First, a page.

Though the original listing described the apartment as being in “perfect original condition,” broker Penny Toepfer said that the buyer was planning to redo the place.

For the time being, the bathrooms have cream-colored marble. Also, “the building was built in 1992, so the kitchen is all-white,” Ms. Toepfer said. “The early 90’s was a time for white kitchens.”

We were all so innocent back then.

Mr. Jemal must have liked what he saw, because he signed a contract within 48 hours. (That was back at the end of June, when the family was preparing for trial.)

The sellers are four investors who had rented out the place, and now that group has bought another apartment in Trump Palace. “Most people don’t leave this building,” Ms. Toepfer said.

It’s true. Mr. Jemal said his parents had already been living there: “The unit they were renting in got sold, and I ended up buying a unit. They didn’t want to bounce around.”

Silk Building Gets Taki

The Silk Building on East Fourth Street has been a harbor for superstars young and old (Keith Richards, Britney Spears), but it never had a young member of a four-centuries-old Japanese fashion dynasty living in it—until now.

Adam Taki bought a 1,831-square-foot duplex there for $2.1 million. Mr. Taki’s family founded the textile and retail group Takihyo back in 1751, and more recently they owned the Anne Klein label (from 1973 to 1999). Adam’s father, Tomio Taki, was an original investor in Donna Karan.

“It’s pretty gorgeous,” said listing broker Frances Katzen about the duplex. “The building is interesting, because the whole layout has a prewar-bones vibe. And they’ve got real wood-burning fireplaces! Not gas.”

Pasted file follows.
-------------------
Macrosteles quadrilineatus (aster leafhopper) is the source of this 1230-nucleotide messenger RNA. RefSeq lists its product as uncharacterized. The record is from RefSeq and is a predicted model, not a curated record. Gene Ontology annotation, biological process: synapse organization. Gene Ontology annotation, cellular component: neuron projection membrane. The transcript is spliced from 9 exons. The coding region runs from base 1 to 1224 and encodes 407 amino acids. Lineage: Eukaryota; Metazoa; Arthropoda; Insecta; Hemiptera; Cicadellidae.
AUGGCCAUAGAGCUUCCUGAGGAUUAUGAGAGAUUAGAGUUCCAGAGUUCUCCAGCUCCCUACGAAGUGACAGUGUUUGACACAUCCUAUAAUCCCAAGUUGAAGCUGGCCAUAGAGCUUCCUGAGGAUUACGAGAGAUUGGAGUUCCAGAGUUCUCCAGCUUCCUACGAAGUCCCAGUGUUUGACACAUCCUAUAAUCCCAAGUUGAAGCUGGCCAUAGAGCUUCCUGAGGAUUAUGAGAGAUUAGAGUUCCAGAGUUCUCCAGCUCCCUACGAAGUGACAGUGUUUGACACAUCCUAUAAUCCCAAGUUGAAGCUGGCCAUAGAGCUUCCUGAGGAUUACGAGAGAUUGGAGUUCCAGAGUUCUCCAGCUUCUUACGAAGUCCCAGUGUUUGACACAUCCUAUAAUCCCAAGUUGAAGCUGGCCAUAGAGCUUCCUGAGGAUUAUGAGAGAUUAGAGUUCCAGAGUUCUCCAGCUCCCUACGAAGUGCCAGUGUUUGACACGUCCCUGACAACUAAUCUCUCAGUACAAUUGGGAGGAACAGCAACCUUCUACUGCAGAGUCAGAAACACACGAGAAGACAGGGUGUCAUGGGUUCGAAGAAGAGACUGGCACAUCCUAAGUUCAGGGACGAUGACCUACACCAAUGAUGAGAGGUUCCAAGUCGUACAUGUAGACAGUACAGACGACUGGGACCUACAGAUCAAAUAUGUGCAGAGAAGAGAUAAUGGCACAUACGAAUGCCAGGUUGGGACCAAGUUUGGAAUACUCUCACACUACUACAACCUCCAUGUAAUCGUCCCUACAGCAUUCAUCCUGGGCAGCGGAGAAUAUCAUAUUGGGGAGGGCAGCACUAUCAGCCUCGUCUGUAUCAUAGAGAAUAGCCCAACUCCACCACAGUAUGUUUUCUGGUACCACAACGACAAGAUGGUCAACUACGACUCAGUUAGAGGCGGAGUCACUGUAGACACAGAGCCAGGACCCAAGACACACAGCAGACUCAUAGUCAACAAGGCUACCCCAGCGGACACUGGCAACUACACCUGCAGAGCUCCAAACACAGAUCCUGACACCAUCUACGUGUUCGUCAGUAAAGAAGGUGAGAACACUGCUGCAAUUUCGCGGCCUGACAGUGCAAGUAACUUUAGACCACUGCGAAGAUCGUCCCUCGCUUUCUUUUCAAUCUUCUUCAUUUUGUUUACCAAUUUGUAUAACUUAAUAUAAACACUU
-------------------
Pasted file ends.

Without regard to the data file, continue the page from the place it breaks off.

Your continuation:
Are there any other vibes?

“There’s a high-end, sophisticated vibe,” she said rather improvisationally. “We sold it to a young boy, but he has a mature and gentlemanly quality. He got it. You’re just looking for one person who gets it.”

Indeed, Mr. Taki made an offer the day after he saw it. Earlier visitors had given Ms. Katzen a hard time over the eastern exposures: “Someone asked, ‘We’re facing south, right?’ And I said, ‘No, east.’ And she said, ‘Oh! I can’t do it.’”

On the deed, the buyer is listed as a trustee named Grabel. “That’s my father—my father’s an attorney,” explained Mr. Taki’s broker, Brett Grabel.

Mr. Taki didn’t immediately return an e-mail asking for comment, but the young Mr. Grabel explained his client’s interest in the apartment: “This had width. You really felt the size when you walked in.”

The size vibe!

And there’s a Jacuzzi, plus 21-foot ceilings at the duplex’s deepest point.

Best of all is the secret Silk Building exit for “high-profile clients.” According to Ms. Katzen, the bottom floor of the duplex gets you there: “You walk out, take a left, and take an elevator that gets you out on a side street.”

Mr. Taki’s seller is Jerrold Klein—who, according to public records, owns a party-favor store. If you’re keeping score, that’s less glamorous than a 255-year-old fashion company.

Yet Ms. Katzen said his apartment had beautiful art, including work by ur-architect Mies van der Rohe.